Dime’s desire to save her friend transcends artifice and approaches heroism, making for a tremendously affecting novel.

DIME

Frank's first novel since Wrecked (2005) is a searing examination of teenage prostitution.

Dime is 14, loves books, and turns tricks. After her foster mother kicked her out, living with Daddy is like something out of a dream. Daddy buys her clothes and sticks up for her against Brandy and L.A., the other girls in the house—and he's so gentle when he takes her virginity. When Daddy needs Dime to make some money, she joins L.A. and Brandy on the track, having sex for coin. The arrival of new girl Lollipop, just 11, makes Dime realize she doesn't love Daddy anymore—and she doesn't want this life. It's only when they realize Lollipop is pregnant that Dime knows what she'll do. If she writes a note that explains everything, people will take care of Lollipop's baby. But what she'll do to protect Lollipop and her baby can only end one way for Dime herself—and it's a sacrifice she's ready to make. The story is related in flashbacks as Dime ponders her note, taking inspiration from The Book Thief and imagining writing it in various allegorical voices: Sex, Violence, Money. Since her overall narration is fairly straightforward, the note device often feels self-conscious rather than artful.

Dime’s desire to save her friend transcends artifice and approaches heroism, making for a tremendously affecting novel. (Fiction. 14 & up)

Pub Date: May 26, 2015

ISBN: 978-1-4814-3160-6

Page Count: 336

Publisher: Atheneum

Review Posted Online: Feb. 16, 2015

Kirkus Reviews Issue: March 1, 2015

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An enticing, turbulent, and satisfying final voyage.

THE NOBLEMAN'S GUIDE TO SCANDAL AND SHIPWRECKS

From the Montague Siblings series , Vol. 3

Adrian, the youngest of the Montague siblings, sails into tumultuous waters in search of answers about himself, the sudden death of his mother, and her mysterious, cracked spyglass.

On the summer solstice less than a year ago, Caroline Montague fell off a cliff in Aberdeen into the sea. When the Scottish hostel where she was staying sends a box of her left-behind belongings to London, Adrian—an anxious, White nobleman on the cusp of joining Parliament—discovers one of his mother’s most treasured possessions, an antique spyglass. She acquired it when she was the sole survivor of a shipwreck many years earlier. His mother always carried that spyglass with her, but on the day of her death, she had left it behind in her room. Although he never knew its full significance, Adrian is haunted by new questions and is certain the spyglass will lead him to the truth. Once again, Lee crafts an absorbing adventure with dangerous stakes, dynamic character growth, sharp social and political commentary, and a storm of emotion. Inseparable from his external search for answers about his mother, Adrian seeks a solution for himself, an end to his struggle with mental illness—a journey handled with hopeful, gentle honesty that validates the experiences of both good and bad days. Characters from the first two books play significant secondary roles, and the resolution ties up their loose ends. Humorous antics provide a well-measured balance with the heavier themes.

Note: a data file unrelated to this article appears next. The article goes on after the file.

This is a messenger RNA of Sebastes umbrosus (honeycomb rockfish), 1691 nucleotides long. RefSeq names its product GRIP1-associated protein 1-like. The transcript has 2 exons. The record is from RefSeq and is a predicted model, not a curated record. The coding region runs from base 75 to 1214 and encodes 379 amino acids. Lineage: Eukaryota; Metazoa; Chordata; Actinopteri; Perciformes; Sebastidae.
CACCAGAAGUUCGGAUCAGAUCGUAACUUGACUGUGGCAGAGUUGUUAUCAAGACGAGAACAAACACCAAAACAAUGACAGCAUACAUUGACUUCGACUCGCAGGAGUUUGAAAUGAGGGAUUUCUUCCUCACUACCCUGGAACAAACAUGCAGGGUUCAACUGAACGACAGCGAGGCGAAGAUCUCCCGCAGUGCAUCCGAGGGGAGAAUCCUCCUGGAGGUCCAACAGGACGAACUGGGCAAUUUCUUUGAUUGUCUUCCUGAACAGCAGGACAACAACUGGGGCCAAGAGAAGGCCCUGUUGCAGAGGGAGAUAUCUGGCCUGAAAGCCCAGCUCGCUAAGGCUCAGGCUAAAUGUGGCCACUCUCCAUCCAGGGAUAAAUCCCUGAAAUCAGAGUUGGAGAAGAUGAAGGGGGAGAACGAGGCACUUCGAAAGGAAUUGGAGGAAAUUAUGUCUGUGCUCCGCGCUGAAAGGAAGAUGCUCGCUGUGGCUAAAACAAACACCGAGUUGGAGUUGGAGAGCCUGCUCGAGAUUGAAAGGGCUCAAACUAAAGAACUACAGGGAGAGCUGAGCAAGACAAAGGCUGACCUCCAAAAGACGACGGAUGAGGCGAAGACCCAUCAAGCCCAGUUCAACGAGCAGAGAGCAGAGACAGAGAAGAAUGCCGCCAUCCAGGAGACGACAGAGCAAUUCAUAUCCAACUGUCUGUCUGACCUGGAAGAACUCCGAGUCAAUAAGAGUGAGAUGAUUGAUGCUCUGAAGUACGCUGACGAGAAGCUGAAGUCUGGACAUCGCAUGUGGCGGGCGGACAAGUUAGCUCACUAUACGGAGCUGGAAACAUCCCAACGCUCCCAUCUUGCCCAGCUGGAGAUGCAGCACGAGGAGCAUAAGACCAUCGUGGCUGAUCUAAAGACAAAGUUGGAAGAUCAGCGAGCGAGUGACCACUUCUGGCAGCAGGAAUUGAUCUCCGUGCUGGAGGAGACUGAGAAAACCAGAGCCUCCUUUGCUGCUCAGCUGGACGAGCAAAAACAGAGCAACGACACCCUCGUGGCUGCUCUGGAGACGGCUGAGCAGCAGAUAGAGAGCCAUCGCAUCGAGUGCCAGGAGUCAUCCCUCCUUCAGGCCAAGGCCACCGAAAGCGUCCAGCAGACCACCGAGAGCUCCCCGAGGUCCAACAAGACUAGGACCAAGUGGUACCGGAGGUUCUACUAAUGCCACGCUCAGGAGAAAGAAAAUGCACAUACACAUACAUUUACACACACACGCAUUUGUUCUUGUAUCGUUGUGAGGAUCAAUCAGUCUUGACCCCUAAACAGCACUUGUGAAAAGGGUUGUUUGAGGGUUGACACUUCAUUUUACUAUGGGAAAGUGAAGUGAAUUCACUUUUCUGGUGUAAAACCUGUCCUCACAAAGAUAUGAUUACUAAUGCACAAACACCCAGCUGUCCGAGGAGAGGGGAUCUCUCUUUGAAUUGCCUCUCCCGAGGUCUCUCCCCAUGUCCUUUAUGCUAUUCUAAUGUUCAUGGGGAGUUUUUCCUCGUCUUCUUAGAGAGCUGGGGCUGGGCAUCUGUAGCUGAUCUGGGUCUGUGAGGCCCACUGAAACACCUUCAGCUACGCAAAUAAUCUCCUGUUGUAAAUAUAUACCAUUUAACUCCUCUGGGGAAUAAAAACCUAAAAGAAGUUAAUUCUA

An enticing, turbulent, and satisfying final voyage. (Historical fiction. 14-18)

Pub Date: Nov. 16, 2021

ISBN: 978-0-06-291601-3

Page Count: 464

Publisher: Katherine Tegen/HarperCollins

Review Posted Online: Sept. 1, 2021

Kirkus Reviews Issue: Sept. 15, 2021

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Many teen novels touch on similar themes, but few do it so memorably.

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ALL THE BRIGHT PLACES

Two struggling teens develop an unlikely relationship in a moving exploration of grief, suicide and young love.

Violet, a writer and member of the popular crowd, has withdrawn from her friends and from school activities since her sister died in a car accident nine months earlier. Finch, known to his classmates as "Theodore Freak," is famously impulsive and eccentric. Following their meeting in the school bell tower, Finch makes it his mission to re-engage Violet with the world, partially through a school project that sends them to offbeat Indiana landmarks and partially through simple persistence. (Violet and Finch live, fortunately for all involved, in the sort of romantic universe where his throwing rocks at her window in the middle of the night comes off more charming than stalker-esque.) The teens alternate narration chapter by chapter, each in a unique and well-realized voice. Finch's self-destructive streak and suicidal impulses are never far from the surface, and the chapters he narrates are interspersed with facts about suicide methods and quotations from Virginia Woolf and poet Cesare Pavese. When the story inevitably turns tragic, a cast of carefully drawn side characters brings to life both the pain of loss and the possibility of moving forward, though some notes of hope are more believable than others.

Many teen novels touch on similar themes, but few do it so memorably. (Fiction. 14 & up)

Pub Date: Jan. 6, 2015

ISBN: 978-0-385-75588-7

Page Count: 400

Publisher: Knopf

Review Posted Online: Oct. 1, 2014

Kirkus Reviews Issue: Oct. 15, 2014

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